On November 14, a chilly and gloomy afternoon, a fortunate audience at the Isabella Stewart Gardner Museum enjoyed some at least figurative warmth and light at a recital by soprano Jeanine De Bique and pianist Warren Jones. De Bique, a native of Trinidad and Tobago, won the 2008-09 Young Concert Artists International Auditions and already has an impressive résumé of opera roles and recital appearances, while Jones is one of the world’s most sought-after collaborative pianists.
The pair took a relatively straightforward approach to Maurice Ravel’s Five Popular Greek Melodies, which are fundamentally folk songs, however artfully arranged by Ravel. Although there is an edition using the modern Greek texts, these performers opted for the more traditional (and more widely understood) French. There was the occasional pleasurable lingering on a key word of text or an especially delicious melodic turn, but more often this performance emphasized the simple origins of these songs. For this listener the high point (though one could cite a goodly number of them) was “The Song of the Girls Collecting Mastic.” In this sensual, even erotic, comparison of a beautiful young man to a blond angel, De Bique’s sovereign vocal control gave us some luscious rises and falls and allowed her sometimes to begin a note without vibrato and then gently bring it in. The freedom of the arrangement blurring the sense of meter and Jones’s moist piano textures gave one the timeless sensation of a dream. It was a moment of enchantment that one wished didn‘t have to end.
A group of Hugo Wolf lieder followed, spanning a wide range of moods. It opened with a little-known but marvelous Goethe setting from Faust, Gretchen Before the Image of the Mother of Sorrows, in which Gretchen appeals in direst distress to the Mater Dolorosa for empathy and assistance. This was a virtual operatic aria with frequent shifts of mood via tempo and dynamics. The advantage of piano versus orchestral accompaniment here is the greater degree of flexibility and spontaneity that Jones, as a single player, allowed De Bique. The piano part is nonetheless orchestrally conceived and was vital in helping De Bique alternate convincingly between pain-racked misery and numbness. The rest of the group was equally vividly realized: the delicate, feminine charm of Spring Throughout the Year and Flower-Greeting; the frozen starkness of The Abandoned Maiden; the desire and seductiveness of If You Wish to See Your Beloved Dying of Love; and the explosion of exhilaration of It’s Spring.
Wolfgang Amadé Mozart’s concert aria Misera, dove son, K. 369, “Oh, misery, where am I?” opened with a ravishing messa di voce from De Bique. Even in the midst of misery and disorientation, the character Fulvia manages to sound gorgeous, in true classical-period opera style. In the lengthy recitative she wonders whether she is in Rome or Greece, remembers her father’s treachery, and envisions her innocent, imprisoned husband. The piece gradually catches fire, dramatically speaking, in the aria itself, so it was a pity that its text and translation were somehow omitted from the program. De Bique and Jones were ever responsive to Fulvia’s subtly increasing agitation, culminating in her asking heaven to strike her with a thunderbolt — to no avail.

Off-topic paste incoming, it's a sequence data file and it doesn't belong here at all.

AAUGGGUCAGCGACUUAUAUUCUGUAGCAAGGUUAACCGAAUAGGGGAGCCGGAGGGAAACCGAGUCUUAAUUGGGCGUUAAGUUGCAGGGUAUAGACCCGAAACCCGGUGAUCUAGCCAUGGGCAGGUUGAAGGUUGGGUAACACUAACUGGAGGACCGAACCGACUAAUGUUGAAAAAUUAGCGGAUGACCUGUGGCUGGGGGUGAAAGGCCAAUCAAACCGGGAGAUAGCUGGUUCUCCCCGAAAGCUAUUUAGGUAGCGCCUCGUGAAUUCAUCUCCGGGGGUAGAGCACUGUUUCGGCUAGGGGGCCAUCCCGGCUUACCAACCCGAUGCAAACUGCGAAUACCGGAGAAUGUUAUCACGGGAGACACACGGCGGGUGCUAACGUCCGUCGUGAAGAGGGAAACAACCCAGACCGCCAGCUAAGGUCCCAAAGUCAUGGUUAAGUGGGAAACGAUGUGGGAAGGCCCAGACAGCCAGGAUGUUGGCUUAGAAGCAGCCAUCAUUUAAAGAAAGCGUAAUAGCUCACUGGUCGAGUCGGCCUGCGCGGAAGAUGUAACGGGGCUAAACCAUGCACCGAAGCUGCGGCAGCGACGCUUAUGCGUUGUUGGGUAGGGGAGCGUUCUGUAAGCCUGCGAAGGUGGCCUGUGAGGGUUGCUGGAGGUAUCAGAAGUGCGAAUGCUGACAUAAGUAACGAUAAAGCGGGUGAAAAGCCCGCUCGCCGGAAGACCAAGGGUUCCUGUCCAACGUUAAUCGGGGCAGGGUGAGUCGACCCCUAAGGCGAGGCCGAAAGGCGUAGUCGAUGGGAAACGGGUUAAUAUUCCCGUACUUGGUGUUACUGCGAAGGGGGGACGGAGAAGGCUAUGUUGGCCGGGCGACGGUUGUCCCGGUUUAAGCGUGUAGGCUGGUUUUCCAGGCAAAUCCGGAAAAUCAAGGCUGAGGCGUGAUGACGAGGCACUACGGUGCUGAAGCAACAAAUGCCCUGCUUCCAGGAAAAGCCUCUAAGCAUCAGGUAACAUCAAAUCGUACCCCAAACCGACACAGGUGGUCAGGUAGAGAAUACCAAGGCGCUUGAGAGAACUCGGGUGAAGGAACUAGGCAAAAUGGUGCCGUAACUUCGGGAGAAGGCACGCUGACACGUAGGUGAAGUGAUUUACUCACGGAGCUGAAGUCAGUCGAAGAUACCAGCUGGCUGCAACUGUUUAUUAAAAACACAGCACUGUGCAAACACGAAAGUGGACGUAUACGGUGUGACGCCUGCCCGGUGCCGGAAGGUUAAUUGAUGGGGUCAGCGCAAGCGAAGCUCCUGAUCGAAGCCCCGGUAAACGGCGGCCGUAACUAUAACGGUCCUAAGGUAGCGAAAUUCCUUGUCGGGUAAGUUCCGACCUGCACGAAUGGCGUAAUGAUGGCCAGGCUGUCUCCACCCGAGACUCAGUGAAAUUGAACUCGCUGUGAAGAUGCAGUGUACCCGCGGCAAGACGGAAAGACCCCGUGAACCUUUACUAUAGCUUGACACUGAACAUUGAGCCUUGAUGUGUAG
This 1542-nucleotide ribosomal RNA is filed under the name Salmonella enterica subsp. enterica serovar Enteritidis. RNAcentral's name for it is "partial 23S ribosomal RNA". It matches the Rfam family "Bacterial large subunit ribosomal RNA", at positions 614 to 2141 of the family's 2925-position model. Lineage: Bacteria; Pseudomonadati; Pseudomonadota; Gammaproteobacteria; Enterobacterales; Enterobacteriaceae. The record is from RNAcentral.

Spanish composer Fernando Obradors, though he did compose in larger forms, owes his fame almost entirely to his song arrangements, five of which we heard here. The first was Cradle Song, a nurse’s honeyed threat to a child: “if you don’t go to sleep I’ll call the Boogeyman.” It was rendered with such tender affection that one wouldn’t be aware of the underlying threat without knowing the text (unlike the related song in Benjamin Britten’s A Charm of Lullabies, which is pure menace in text and music). Also particularly notable was the luscious Of the Softest Hair, smooth as satin in De Bique’s hands and finishing with a gorgeously floated pianissimo. The set finished with Tiny Is the Bride that exploits the incongruity of a slyly amusing text (“Tiny is the bride, tiny is the groom . . .”) alternating with a great tour-de-force display in both the piano and vocal parts. The performance was appropriately jaw-dropping.
The program concluded with six spirituals in memorable arrangements by Hall Johnson, H. Leslie Adams*, H. T. Burleigh, and Jacqueline Hairtson. De Bique delivered these with a natural, clear diction, avoiding the prissy, classically-trained over-enunciation that can mar some singers’ spirituals. The first was His Name So Sweet in Johnson’s playful version, and both performers clearly had fun with it. A Balm in Gilead, in Johnson’s arrangement, lived up to its name in De Bique‘s singing, inspiring a bass in the audience to hum along. (In fact, before beginning the group De Bique had invited the audience to participate in whatever manner they felt inspired to do.) Prayer, in the subtly jazz-colored Adams arrangement, was a moving plea for direction from a soul who has lost it. In the show-stopping closer, Ain’t-a That Good News, the inventive arranger Hairtson fully embraced jazz in both harmonies and swinging syncopations. De Bique and Jones brought down the house with it.
There were two more spirituals for encores. Ride On, King Jesus, had an unorthodox but very effective arrangement: the piano evoked a powerful locomotive, emphasizing “no man can a-hinder thee.” And finally, This Little Light of Mine was sung a cappella with luminous expressivity. Jones also addressed the audience, pointing out that though De Bique has studied and coached with him for some six years, this was their first public performance. I hope and trust it was the first of a great many.